Following on the heels of the recent Wells Fargo scandal, FINRA is performing a sweep of broker-dealer firms to determine what kinds of cross-selling programs they have been offering. The regulator is seeking an extensive list of data from broker-dealers about the incentives they offer employees to promote bank products of an affiliate or parent company to broker-dealer retail customers through referrals or direct sales. It is also looking for incentives to sell additional features, including credit cards, securities-based loans or checking accounts.

“In light of recent issues related to cross-selling, FINRA is focused on the nature and scope of broker-dealers’ cross-selling activities and whether they are adequately supervising these activities by their registered employees to protect investors,” Nancy Condon, FINRA’s vice president of media relations and web services, wrote.

FINRA wants data from broker-dealers from between January 1, 2011 through September 30, 2016 with a deadline of November 30. The fifteen categories FINRA requested include, but are not limited to:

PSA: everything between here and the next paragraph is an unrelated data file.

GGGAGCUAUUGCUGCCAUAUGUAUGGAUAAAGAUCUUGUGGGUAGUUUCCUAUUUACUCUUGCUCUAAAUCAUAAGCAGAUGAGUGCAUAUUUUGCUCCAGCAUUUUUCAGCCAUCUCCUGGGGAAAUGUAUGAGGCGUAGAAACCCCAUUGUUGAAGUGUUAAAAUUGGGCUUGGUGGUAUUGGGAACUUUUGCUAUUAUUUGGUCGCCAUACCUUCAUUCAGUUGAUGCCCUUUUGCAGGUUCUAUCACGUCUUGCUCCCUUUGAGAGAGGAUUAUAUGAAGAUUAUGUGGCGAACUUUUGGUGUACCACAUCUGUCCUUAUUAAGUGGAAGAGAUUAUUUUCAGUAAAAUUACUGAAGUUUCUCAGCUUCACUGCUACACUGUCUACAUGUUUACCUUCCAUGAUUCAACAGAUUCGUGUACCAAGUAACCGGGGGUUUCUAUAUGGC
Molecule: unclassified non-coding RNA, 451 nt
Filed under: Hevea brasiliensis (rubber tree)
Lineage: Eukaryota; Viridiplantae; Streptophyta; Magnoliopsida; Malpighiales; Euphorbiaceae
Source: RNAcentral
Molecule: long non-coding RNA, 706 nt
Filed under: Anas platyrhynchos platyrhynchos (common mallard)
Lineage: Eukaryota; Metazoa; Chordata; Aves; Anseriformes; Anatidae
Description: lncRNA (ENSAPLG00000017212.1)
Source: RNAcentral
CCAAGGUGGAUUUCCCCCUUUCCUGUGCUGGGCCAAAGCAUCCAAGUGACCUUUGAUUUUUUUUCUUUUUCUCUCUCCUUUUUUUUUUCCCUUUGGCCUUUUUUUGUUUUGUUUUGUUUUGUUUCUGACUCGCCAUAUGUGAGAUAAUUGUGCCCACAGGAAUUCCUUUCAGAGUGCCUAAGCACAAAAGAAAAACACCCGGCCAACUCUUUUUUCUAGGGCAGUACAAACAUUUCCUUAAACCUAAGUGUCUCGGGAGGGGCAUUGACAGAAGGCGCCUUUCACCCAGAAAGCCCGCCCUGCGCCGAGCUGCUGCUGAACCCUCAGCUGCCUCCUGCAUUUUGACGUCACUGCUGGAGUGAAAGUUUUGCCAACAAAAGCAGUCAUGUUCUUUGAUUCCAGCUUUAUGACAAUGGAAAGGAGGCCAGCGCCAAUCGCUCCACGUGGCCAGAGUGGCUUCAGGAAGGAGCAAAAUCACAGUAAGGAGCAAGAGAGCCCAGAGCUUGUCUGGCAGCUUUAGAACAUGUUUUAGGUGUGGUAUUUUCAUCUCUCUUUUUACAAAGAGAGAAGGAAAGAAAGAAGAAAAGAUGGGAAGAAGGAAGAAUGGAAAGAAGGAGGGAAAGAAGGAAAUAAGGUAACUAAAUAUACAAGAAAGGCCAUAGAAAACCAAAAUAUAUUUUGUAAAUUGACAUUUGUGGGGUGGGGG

• A description (with supporting documents) of metrics used to track and evaluate employees’ performance related to cross-selling programs, and the application of those metrics to performance ratings, promotion and termination decisions.
  • A list of employees terminated or disciplined for not meeting production goals or for engaging in improper activities related to cross-selling programs.
  • A list of investor complaints, litigation, arbitrations, or internal disciplinary or other actions related to cross-selling program.

The FINRA sweep follows the Wells Fargo cross-selling scandal has shaken the financial landscape. Authorities fined the bank $185 billion on September 8 for a program that led employees to open nearly 2 million new deposit and credit-card accounts without customers authorizing them. The bank also is the subject of a class-action shareholder lawsuit stemming from the scandal.

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